A fair die is tossed twice. Let $d_1=\text{value of die on roll 1}$ and $d_2=\text{value of die on roll 2}$ Let $X=d_1+d_2$, the sum of the faces; $Y=\max\left\{d_1,d_2\right\}$, the maximum of the two faces; and $Z = |d_1-d_2|$.

What is the value of $X, Y, Z,$ and $ W = XZ$ for each outcome $\omega\in\Omega$? What is $\mathrm{Range}(X)$, $\mathrm{Range}(Y)$, $\mathrm{Range}(Z)$ and $\mathrm{Range}(W)$? Describe the partitions $A_X$ and $A_Z$ induced by these random variables.

From my understanding $\left(d_1,d_2\right)=\omega\in\Omega=\left\{1,2,3,4,5,6\right\}^2=\left\{\left(1,1\right),\left(1,2\right),\dotsc,\left(6,5\right),\left(6,6\right)\right\}$

  • $\begingroup$ This is about dice not coins right? $\endgroup$
    – user142299
    Apr 14, 2014 at 14:56
  • $\begingroup$ Yes it is about dice. $\endgroup$
    – petrov
    Apr 14, 2014 at 15:17

1 Answer 1


With the sample space $\Omega=\left\{1,2,3,4,5,6\right\}^2=\left\{\left(1,1\right),\left(1,2\right),\dotsc,\left(6,5\right),\left(6,6\right)\right\}$, we can easily find what is being asked.

The range of a Random Variable is the set of values it can assume, so:

$\mathrm{Range}\left(X\right)=\left\{2,3,\dotsc,11,12\right\}$ as these are the possible sums of the sides of a fair die rolled twice.

$\mathrm{Range}\left(Y\right)=\left\{1,\dotsc,6\right\}$ as whatever is rolled, any of these values could be the maximum.

$\mathrm{Range}\left(Z\right)=\left\{0,1,\dotsc,5\right\}$ as these are the possible differences between the values of the two rolls, note that we have $0$ when $d_1=d_2$ and 6 isn't possible as the largest difference will occur when we get $\left(6,1\right)$ or $\left(1,6\right)$.

$\mathrm{Range}\left(W\right)$ is a little more difficult as we need to calculate $W\left(\omega\right)$, $\forall\omega\in\Omega$. When done, we find that $\mathrm{Range}\left(W\right)=\left\{0,3,5,7,8,9,11,12,15,16,20,21,24,27,32,35\right\}$

A partition of a random variable is the set of points $\omega\in\Omega$ that give rise to each possible value that the random variable can take.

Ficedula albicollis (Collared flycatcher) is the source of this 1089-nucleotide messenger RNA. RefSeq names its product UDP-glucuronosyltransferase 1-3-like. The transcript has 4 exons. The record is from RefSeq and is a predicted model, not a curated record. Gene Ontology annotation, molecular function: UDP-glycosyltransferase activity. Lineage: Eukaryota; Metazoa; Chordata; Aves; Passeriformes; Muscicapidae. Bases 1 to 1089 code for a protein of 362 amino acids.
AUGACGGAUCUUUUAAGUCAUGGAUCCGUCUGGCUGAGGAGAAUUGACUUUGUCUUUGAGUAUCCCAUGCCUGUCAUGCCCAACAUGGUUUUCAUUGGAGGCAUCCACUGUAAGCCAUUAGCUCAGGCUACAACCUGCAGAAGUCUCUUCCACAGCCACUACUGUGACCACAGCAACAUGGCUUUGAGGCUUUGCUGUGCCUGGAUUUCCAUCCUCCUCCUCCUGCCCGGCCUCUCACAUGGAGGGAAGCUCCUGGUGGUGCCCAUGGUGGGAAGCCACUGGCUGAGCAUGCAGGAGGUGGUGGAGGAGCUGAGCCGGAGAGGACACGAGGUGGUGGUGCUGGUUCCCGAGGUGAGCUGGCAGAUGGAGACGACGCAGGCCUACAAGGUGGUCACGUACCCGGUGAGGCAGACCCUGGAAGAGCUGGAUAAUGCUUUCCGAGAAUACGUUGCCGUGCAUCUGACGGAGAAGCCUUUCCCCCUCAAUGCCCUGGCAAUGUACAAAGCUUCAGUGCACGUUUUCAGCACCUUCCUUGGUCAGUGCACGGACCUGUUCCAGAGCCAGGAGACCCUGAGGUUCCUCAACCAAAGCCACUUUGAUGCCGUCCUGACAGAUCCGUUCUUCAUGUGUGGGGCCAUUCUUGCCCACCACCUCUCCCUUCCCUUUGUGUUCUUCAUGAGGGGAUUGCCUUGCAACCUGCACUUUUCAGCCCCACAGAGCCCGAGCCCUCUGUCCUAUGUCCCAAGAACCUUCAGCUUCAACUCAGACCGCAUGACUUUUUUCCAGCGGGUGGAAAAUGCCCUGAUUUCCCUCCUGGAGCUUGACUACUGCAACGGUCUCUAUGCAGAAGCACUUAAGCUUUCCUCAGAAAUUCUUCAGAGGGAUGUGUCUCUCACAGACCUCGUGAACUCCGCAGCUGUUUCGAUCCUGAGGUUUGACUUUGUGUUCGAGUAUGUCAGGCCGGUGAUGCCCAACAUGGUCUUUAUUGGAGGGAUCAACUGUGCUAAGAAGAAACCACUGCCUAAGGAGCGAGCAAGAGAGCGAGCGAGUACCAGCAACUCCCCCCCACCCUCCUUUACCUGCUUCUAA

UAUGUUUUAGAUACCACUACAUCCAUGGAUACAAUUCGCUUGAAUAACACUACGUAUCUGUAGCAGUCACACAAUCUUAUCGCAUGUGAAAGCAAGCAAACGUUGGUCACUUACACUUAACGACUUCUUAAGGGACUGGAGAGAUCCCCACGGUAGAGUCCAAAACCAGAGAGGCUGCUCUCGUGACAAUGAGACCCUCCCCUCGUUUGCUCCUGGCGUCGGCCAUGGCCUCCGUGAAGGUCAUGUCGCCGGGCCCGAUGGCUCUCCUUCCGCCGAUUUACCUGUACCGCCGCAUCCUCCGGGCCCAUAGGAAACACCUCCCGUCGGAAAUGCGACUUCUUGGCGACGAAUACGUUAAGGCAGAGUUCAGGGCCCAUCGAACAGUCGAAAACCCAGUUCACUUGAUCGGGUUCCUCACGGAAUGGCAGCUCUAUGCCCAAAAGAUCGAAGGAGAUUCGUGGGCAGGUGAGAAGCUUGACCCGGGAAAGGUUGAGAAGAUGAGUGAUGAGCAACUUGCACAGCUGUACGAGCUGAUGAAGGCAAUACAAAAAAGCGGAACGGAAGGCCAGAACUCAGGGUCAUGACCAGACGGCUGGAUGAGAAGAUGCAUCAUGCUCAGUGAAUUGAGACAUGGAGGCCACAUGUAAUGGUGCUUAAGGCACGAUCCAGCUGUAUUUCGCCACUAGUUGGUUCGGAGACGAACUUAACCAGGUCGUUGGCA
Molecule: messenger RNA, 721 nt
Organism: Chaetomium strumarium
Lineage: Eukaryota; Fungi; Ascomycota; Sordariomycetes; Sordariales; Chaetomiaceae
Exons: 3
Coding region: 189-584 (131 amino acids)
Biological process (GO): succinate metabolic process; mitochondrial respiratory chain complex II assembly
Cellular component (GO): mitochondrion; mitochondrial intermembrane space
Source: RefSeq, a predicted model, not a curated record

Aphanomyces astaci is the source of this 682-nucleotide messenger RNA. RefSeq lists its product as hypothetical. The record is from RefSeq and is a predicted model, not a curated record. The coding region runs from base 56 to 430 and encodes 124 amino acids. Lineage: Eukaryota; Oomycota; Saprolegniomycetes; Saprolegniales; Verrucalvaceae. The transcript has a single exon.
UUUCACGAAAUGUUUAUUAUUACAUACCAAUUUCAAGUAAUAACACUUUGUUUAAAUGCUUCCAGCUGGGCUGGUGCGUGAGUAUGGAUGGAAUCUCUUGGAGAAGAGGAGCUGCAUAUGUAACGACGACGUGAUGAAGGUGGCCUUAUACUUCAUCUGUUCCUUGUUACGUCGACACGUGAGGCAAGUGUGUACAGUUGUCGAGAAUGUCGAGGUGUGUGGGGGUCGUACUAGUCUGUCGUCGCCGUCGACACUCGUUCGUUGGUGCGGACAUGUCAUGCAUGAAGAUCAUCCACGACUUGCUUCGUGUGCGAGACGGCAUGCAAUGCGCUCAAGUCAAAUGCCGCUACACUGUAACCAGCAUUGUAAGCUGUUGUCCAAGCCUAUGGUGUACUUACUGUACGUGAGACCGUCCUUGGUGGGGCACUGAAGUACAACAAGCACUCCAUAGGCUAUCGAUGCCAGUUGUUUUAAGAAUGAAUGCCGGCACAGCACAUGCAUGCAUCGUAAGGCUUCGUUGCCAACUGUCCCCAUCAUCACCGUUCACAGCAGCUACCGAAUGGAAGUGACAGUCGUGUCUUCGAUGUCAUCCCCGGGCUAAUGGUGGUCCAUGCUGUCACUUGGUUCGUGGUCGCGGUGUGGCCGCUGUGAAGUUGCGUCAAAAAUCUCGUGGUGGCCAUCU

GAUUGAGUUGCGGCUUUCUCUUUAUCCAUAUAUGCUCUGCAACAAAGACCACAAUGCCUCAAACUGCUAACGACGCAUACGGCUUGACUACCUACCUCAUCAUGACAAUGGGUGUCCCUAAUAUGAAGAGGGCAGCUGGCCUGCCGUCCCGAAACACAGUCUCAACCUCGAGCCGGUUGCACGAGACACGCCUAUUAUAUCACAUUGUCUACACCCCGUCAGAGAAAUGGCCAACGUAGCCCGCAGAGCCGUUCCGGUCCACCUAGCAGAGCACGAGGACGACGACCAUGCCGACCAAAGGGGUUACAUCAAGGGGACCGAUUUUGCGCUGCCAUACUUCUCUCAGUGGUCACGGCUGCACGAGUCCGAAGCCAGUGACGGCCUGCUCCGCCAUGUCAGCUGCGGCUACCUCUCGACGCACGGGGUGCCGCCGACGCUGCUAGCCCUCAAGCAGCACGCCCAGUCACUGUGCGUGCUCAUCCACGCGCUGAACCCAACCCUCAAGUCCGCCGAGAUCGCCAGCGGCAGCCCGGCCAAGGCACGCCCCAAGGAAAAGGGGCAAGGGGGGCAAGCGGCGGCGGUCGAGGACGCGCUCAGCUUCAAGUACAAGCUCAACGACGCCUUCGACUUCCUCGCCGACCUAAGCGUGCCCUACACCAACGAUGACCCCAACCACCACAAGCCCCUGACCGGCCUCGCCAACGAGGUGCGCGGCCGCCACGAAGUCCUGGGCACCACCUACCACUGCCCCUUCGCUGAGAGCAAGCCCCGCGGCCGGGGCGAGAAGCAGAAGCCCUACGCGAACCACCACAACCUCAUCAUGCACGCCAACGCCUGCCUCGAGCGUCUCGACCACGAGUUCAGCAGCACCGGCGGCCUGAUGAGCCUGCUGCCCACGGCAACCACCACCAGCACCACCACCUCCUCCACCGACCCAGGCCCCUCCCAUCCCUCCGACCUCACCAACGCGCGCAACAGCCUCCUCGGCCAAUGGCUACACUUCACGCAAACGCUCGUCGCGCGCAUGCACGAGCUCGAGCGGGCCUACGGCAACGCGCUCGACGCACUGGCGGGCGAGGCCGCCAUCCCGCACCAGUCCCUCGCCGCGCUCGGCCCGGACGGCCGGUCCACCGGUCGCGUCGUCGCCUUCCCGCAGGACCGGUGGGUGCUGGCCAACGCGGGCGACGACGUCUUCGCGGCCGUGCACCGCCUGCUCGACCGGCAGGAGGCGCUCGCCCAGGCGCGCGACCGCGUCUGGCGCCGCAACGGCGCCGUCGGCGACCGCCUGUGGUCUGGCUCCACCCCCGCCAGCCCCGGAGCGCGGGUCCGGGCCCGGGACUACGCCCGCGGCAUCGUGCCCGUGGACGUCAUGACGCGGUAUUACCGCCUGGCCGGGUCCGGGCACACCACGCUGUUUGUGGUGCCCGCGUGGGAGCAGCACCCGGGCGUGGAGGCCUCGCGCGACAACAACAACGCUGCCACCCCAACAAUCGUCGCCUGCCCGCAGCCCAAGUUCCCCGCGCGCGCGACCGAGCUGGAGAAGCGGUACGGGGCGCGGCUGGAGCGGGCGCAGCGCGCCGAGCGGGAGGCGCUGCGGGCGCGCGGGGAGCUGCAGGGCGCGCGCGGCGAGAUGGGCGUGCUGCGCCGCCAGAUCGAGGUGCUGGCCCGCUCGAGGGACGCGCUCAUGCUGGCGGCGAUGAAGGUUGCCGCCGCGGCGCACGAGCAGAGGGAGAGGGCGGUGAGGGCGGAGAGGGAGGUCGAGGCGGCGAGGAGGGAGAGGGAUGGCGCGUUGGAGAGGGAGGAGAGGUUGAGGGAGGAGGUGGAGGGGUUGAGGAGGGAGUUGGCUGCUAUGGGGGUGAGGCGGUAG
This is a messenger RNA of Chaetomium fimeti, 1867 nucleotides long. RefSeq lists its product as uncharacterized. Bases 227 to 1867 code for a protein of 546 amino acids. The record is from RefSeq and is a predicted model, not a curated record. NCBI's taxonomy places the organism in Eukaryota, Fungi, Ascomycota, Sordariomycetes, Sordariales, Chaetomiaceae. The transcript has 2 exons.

The partitions $A_X$ and $A_Z$ can now be found \begin{align*} A_{X_1=2} &= \left\{\left(1,1\right)\right\} \\ A_{X_2=3} &= \left\{\left(1,2\right),\left(2,1\right)\right\} \\ A_{X_2=4} &= \left\{\left(1,3\right),\left(2,2\right),\left(3,1\right)\right\} \\ &\vdots \\ A_{X_{10}=11} &= \left\{\left(5,6\right),\left(6,5\right)\right\} \\ A_{X_{11}=12} &= \left\{\left(6,6\right)\right\} \\ \end{align*} and \begin{align*} A_{Z_1=0} &= \left\{\left(1,1\right),\left(2,2\right),\dotsc,\left(5,5\right),\left(6,6\right)\right\} \\ A_{Z_2=1} &= \left\{\left(1,2\right),\left(2,3\right),\dotsc,\left(3,2\right),\left(2,1\right)\right\} \\ &\vdots \\ A_{Z_6=5} &= \left\{\left(1,6\right),\left(6,1\right)\right\} \\ \end{align*}

In response to the comment about why the value $5\times12\not\in\mathrm{Range}\left(W\right)$, we see that $W\left(\omega\right)=X\left(\omega\right)\times Z\left(\omega\right)$, so therefore it isn't possible to obtain $60=12\times5$ because the only value $\omega\in\Omega$ such that $X\left(\omega\right)=12$ is $\omega=\left(6,6\right)$ but clearly $Z\left(\omega\right)=0$ if $\omega=\left(6,6\right)$. Similarly for $Z\left(\omega\right)=5$, we need $\omega=\left(1,6\right)$ or $\omega=\left(6,1\right)$ and then clearly $X\left(\omega\right)=7$ for both of these $\omega$.

In order to compute $\mathrm{Range}\left(W\right)$, it is necessary to check the value of $W\left(\omega\right)=X\left(\omega\right)\times Z\left(\omega\right)$ for all $\omega\in\Omega$ where $\Omega$ is defined as above.

  • $\begingroup$ How did you get the range of W? Why is 60 not included (12*5) and other values if you multiply Range(X) and Range(Z)? $\endgroup$
    – o.o
    Nov 16, 2015 at 23:52
  • 1
    $\begingroup$ @CeeC I will address your query in an addition to my answer. $\endgroup$
    – wilsnunn
    Nov 18, 2015 at 9:45
  • $\begingroup$ Thank you very much! I have one more question, would the partition of W be this: i.imgur.com/7oRQTEE.jpg? $\endgroup$
    – o.o
    Nov 20, 2015 at 22:58
  • 1
    $\begingroup$ @CeeC That looks good to me. $\endgroup$
    – wilsnunn
    Nov 21, 2015 at 0:57

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